Pawhuska welcomes new faculty members
Pawhuska Public Schools welcomed several new staff members on the first day of school last Thursday.
“We have many new faces this year,” said Pawhuska High School Principal Joe Sindelar, “and I believe we have a great group of teachers and coaches who are firmly committed to ‘Restoring the Pride’ at Pawhuska High School.”
Sindelar announced the theme for this coming school year in a column published Aug. 12 in the PJC.
“We are very excited to get the new school year started, because of the many positive changes that we implemented under the banner of ‘Restore the Pride,’” he said in the column. “Our staff has been very proactive in bringing forth ideas and objectives that I believe will change the dynamics of our school in a very positive way.”
The new faculty members are a diverse group, filled with both new and familiar faces to the district. One thing they all have in common is a desire to see their students succeed.
Lauri Shatswell is the assistant principal at PHS, as well as the co-athletic director and head girls’ basketball coach.
“There’s a revitalization happening at Pawhuska High School this year,” she said. “We are raising the level of expectations in all levels of the school, from academics to athletics, and more.
“I look forward to being a part of that — building a positive and excellent school,” Shatswell added.
She is in her 20th year as an educator and holds a bachelor’s degree in Math Education from Northeastern in Tahlequah and a master’s degree in Educational Leadership and Policy from the University of Texas as Arlington.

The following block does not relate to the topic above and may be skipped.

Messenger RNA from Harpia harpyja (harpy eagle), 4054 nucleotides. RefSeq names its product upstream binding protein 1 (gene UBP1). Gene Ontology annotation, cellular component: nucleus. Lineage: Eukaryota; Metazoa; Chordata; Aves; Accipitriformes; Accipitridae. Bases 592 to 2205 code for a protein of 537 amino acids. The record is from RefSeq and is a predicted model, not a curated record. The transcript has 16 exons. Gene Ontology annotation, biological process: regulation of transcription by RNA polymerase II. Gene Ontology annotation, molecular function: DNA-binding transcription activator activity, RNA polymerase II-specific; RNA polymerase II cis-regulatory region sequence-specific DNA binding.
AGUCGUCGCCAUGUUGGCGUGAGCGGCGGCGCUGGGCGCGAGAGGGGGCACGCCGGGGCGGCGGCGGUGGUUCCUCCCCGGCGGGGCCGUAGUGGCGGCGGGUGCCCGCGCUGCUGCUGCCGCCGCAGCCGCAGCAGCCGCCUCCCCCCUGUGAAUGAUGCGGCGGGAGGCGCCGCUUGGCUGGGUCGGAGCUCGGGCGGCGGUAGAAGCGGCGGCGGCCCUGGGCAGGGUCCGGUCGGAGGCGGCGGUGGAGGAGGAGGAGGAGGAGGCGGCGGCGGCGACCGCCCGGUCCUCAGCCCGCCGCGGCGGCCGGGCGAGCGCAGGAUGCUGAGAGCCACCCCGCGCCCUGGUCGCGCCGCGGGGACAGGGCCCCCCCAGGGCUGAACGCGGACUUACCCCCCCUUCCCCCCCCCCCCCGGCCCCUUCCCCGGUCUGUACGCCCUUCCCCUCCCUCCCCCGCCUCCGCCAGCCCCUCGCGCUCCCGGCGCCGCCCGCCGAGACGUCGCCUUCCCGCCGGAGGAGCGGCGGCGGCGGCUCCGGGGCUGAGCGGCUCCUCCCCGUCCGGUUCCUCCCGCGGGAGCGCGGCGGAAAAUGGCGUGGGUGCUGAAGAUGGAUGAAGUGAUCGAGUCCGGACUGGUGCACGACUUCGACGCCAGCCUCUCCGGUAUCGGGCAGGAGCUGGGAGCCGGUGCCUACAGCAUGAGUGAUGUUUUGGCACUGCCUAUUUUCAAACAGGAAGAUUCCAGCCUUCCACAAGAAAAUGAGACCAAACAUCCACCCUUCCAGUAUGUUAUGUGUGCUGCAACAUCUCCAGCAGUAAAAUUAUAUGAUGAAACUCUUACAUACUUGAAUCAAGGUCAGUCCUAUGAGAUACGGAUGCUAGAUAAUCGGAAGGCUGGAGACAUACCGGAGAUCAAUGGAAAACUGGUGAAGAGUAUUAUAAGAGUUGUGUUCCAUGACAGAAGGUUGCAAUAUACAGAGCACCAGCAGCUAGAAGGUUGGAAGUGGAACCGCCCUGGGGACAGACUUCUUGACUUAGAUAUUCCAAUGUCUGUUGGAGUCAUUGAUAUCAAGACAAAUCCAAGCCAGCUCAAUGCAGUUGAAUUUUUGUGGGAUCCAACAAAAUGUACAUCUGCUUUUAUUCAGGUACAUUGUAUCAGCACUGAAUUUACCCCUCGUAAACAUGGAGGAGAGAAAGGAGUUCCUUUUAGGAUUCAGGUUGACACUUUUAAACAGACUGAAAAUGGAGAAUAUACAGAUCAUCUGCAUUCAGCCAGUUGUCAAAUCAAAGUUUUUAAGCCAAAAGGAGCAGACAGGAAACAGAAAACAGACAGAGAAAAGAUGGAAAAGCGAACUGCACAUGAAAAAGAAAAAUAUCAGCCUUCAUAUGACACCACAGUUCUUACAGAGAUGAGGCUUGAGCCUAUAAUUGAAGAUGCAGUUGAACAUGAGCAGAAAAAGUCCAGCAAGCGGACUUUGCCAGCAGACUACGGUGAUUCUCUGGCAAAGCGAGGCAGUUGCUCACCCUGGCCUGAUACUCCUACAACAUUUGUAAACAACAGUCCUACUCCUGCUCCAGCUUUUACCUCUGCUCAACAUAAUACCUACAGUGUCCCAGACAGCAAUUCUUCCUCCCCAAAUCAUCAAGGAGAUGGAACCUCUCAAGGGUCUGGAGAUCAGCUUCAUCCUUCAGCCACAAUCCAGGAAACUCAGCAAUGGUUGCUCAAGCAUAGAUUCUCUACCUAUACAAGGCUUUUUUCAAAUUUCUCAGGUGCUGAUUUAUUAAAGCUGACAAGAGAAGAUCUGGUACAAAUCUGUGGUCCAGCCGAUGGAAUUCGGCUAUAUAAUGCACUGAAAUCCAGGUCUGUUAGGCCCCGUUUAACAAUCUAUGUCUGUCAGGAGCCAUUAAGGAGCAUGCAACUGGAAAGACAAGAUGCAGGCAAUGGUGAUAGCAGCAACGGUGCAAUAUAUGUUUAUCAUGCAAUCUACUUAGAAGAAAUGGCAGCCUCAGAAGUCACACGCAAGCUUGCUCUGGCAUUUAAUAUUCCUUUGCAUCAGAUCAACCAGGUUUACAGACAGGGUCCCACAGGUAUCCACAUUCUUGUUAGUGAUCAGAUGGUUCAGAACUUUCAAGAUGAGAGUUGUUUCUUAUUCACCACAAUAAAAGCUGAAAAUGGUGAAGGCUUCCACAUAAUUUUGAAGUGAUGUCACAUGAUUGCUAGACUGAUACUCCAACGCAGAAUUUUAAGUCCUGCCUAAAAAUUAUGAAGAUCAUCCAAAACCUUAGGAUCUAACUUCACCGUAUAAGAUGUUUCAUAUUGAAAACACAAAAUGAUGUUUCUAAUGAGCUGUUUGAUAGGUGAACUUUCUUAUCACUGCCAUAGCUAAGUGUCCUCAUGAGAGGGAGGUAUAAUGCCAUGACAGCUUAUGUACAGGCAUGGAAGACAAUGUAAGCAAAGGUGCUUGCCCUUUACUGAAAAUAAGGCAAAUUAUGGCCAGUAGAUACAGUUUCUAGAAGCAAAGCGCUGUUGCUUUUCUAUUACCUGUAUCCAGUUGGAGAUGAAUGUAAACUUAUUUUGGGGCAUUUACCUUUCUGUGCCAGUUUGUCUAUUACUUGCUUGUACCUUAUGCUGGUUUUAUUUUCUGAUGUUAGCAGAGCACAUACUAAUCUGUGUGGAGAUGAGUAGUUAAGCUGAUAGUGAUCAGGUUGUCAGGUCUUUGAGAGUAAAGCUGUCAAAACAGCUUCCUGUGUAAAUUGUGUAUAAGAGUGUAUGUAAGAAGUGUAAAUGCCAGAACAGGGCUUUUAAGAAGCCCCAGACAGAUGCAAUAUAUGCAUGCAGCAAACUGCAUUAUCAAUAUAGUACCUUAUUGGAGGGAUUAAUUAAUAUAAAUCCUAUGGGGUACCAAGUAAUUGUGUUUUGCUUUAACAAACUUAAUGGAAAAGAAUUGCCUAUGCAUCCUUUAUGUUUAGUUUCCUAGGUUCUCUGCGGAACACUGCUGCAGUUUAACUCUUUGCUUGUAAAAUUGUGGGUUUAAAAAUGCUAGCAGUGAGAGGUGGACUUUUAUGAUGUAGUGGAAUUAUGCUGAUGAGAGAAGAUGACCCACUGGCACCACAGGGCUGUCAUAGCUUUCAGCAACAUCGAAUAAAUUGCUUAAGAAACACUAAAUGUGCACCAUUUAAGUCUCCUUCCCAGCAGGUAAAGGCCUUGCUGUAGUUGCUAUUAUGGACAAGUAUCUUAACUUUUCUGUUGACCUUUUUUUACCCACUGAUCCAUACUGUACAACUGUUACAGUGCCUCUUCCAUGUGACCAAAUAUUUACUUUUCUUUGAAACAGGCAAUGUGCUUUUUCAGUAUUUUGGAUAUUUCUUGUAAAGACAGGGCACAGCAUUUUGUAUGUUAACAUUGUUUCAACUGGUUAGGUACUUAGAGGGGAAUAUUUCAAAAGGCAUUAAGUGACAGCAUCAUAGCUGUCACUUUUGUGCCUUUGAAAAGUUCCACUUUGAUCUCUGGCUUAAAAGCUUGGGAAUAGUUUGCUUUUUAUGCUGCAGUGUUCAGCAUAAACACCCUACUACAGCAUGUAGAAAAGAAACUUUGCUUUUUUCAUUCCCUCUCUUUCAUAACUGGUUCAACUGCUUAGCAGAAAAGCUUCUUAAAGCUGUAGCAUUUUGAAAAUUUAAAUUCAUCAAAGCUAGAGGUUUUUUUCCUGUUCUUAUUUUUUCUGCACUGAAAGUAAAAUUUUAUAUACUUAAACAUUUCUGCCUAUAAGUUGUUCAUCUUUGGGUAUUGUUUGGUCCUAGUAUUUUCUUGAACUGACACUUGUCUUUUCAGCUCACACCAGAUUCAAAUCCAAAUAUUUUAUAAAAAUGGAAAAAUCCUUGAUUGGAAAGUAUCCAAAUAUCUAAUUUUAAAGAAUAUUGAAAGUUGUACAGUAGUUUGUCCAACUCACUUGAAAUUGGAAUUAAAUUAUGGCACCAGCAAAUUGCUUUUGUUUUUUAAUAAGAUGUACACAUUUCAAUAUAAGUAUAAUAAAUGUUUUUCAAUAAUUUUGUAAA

Shatswell has two daughters, Jaina Lee, 21, a senior at Rogers State University in Claremore and, Jayli Lee, 18, a freshman at OSU-IT.
Meghan Davis teaches 11-12th English classes, advanced placement 11-12th English and is the Senior Sponsor. She has 25 years of teaching experience, 15 of those years have been with Pawhuska Schools. She took off last year and is returning once again.
“I look forward to the opportunity of working with all these good kids again,” Davis said. “They are good, smart and motivated kids.”
Davis believes teaching is an “enormous responsibility.”
“I have to do my level best in every class time to equip them to be successful in their lives, not just as students and learners, but as human beings and citizens of the world,” she added.
Megan and her husband Phil have a 25-year-old son, Sam.
Sharon Holloway is the business and information technology teacher at Pawhuska High School.
“I originated the CareerTech Business Education department here,” said Holloway, “and I am looking forward to rejuvenating the program.”
She’s in her 34th year of teaching. Holloway started the CareerTech program at PHS in 1982 and taught there for 25 years, before taking a leave of absence to care for her parents. Now, seven years later, she is returning.
“I want to provide my students with the best education in computers to prepare them for their college careers,” she said.
Holloway graduated from Collinsville High School in 1976, Northeastern State University in Tahlequah with a bachelor of business education in May 1980, and also from NSU a master’s in junior college teaching-business education in May 1987.
Corbett (Corey) Duncan
Corbett “Corey” Duncan teaches eighth and ninth grade English. This is his first year of teaching, after earning his degree at Cortwind State University in New York.
Duncan looks forward to living in the Pawhuska area, where he can be closer to his family.
“I was born in a small town in southern California,” he said. “When I was in fourth grade, we moved to Oklahoma to be around our family. I remember the school system here and the feeling of family that pervaded the community.”
After moving to New York and graduating high school, Duncan joined the Air Force. He received an honorable discharge and decided to start college classes in the fall of 2004.
“When my mother and sister became disabled and wished to be nearer our family, I went with them,” he said, bringing him full circle and back to Pawhuska.